About the Center
Experience and scholarship tell us that the role of law in society and culture is best understood through interdisciplinary analysis. Culture, power, politics, globalization, information technology, biotechnology, literary criticism, environmental science, economics — these and many other disciplines and phenomena create a rich context for the study of law, a context that is critical to gaining an understanding of our society. There is simply no one discipline or field of professional study, domestic or global, that can impart a comprehensive understanding of law's impact and meaning.
The fundamental mission of the Center for Law, Society, and Culture is to promote and disseminate a multidisciplinary understanding of law through scholarship, teaching, and discussion. The Center produces, presents, and coordinates research conducted by exceptional scholars in schools and departments across Indiana University on the subject of law and legal problems. The Center supports research related to the law in a broad sense, including cultural aspects of law expressed through political theory and the humanities, and scientific aspects of law expressed through technological advance in biotechnology, environmental science, and information technology.
Recognizing that a vital democratic culture requires an informed citizenry that is comfortable talking about and thinking about the law, the Center for Law, Society & Culture inspires collaboration among scholars and serves as a catalyst for curricular innovation and enhancement. The Center advocates and invigorates the study of law and its relationship to society and culture among all students at Indiana University.
To engage students at the Maurer School of Law in particular, the Center oversees two innovative programs: the Access-to-Justice Service Learning Program and the Bradley Fellows in Criminal Law and Procedure.
To engage students at the Maurer School of Law in particular, the Center oversees two innovative programs. Through the Access to Justice service learning project, 1L students engage in conducting legal needs studies in Southern Indiana (specifically Monroe and Lawrence Counties) and in service learning projects with community partners to enhance effectiveness in legal aid delivery. Additionally, 2L and 3L students can participate in a Project Management course in which teams of students learn the necessary skills by working on actual access-to-justice service learning projects. The five projects that the teams seek to accomplish before graduation are:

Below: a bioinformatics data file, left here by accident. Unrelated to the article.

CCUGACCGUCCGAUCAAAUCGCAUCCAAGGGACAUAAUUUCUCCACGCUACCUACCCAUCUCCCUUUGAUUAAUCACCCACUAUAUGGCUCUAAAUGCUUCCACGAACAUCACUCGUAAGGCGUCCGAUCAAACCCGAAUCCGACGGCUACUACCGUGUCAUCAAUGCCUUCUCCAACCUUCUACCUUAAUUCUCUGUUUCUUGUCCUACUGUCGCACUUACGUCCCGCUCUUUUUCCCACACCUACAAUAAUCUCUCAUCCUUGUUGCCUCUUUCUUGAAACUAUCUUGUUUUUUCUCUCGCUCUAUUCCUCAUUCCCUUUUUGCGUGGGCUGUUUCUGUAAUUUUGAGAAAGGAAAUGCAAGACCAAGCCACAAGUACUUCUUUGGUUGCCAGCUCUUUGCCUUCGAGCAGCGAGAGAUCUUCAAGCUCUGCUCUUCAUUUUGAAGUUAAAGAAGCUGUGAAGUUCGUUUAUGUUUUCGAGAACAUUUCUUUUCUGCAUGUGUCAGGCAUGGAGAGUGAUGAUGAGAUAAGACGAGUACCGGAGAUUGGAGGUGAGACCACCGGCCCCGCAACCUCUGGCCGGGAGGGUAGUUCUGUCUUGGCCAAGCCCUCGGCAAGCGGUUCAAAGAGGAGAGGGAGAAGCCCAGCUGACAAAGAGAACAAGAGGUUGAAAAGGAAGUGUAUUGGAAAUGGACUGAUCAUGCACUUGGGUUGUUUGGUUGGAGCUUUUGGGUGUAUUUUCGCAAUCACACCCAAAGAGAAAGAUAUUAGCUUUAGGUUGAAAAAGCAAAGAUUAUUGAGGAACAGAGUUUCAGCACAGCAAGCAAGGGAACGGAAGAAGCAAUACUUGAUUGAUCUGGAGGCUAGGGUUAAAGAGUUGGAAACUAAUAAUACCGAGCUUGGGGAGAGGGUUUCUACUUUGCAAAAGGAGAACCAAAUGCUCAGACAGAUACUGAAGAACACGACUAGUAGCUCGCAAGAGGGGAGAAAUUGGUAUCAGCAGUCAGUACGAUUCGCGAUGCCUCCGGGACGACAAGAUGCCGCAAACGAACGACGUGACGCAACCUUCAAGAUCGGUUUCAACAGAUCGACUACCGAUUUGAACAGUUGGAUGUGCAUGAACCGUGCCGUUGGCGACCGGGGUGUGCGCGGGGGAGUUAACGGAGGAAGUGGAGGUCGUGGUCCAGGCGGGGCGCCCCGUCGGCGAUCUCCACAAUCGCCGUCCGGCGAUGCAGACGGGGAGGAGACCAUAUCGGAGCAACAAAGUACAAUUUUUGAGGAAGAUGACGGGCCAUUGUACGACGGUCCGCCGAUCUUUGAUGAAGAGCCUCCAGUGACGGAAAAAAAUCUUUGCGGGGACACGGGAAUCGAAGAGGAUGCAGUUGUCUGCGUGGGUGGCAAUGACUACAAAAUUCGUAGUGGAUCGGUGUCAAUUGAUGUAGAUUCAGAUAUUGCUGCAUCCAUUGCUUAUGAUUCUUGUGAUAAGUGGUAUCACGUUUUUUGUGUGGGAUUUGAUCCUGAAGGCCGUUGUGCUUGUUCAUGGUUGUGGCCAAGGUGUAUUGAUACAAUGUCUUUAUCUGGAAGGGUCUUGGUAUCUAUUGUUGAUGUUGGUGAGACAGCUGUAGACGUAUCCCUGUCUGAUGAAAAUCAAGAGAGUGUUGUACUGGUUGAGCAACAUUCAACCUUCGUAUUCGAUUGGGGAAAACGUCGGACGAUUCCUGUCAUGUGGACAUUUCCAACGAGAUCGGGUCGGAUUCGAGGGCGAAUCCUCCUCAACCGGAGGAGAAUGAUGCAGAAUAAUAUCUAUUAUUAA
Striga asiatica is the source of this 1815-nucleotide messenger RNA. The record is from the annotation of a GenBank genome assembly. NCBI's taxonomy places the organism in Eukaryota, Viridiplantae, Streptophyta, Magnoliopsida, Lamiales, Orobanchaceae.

- Creating an online form bank for unrepresented litigants in family law cases, integrating them with easy-to-use software, and making instructional videos for their use;
- Collaborating with the U.S. District Court for the Southern District of Indiana’s pro bono office to create a web-based software platform for counsel recruited to represent indigent prisoners with meritorious medical malpractice claims;
- Working with IU’s Title IX office to design a restorative justice program for resolving campus sexual assaults;
- Partnering with the Neighborhood Christian Legal Clinic to extend its Project GRACE expungement help desk to Bloomington
- Partnering with Thriving Connections to design easily understood materials that will advise and counsel Bloomington residents on debt collection and debt management.
The Center also is home to the Bradley Fellows in Criminal Law and Procedure. The Bradley Fellows Program, named after the late Professor Craig M. Bradley, includes a full range of curricular, extra-curricular, and experiential learning opportunities designed to prepare Indiana Law students for a successful and rewarding career in criminal justice – as a prosecutor, public defender, private criminal defense attorney, policy-maker, or researcher. Read more about the Program.
The Indiana University Maurer School of Law’s Center for Law, Society & Culture Fellows Program is designed for graduate and professional students at Indiana University who have an interest in law and society, the study of how law and legal institutions impact society and social processes, and are in turn influenced by them. Students will engage with faculty and visiting scholars about the intersection of legal actors, institutions, and processes with disciplines such as sociology, psychology, philosophy, religion, history, economics, and others, often through the use of quantitative and qualitative empirical methodologies.
The Center for Law, Society & Culture Fellows program will allow fellows to understand law and legal problems from very different vantage points than in courses. It can also provide useful opportunities for students to meet and network with other scholars and graduate students across campus. Fellows will discuss readings prior to each CLSC speakers' visit, and as well as attend the speakers’ presentations themselves. Students may also sign up to join speakers for a meal or coffee. Students may also research and write papers under the supervision of CLSC-associated faculty (potentially for credit).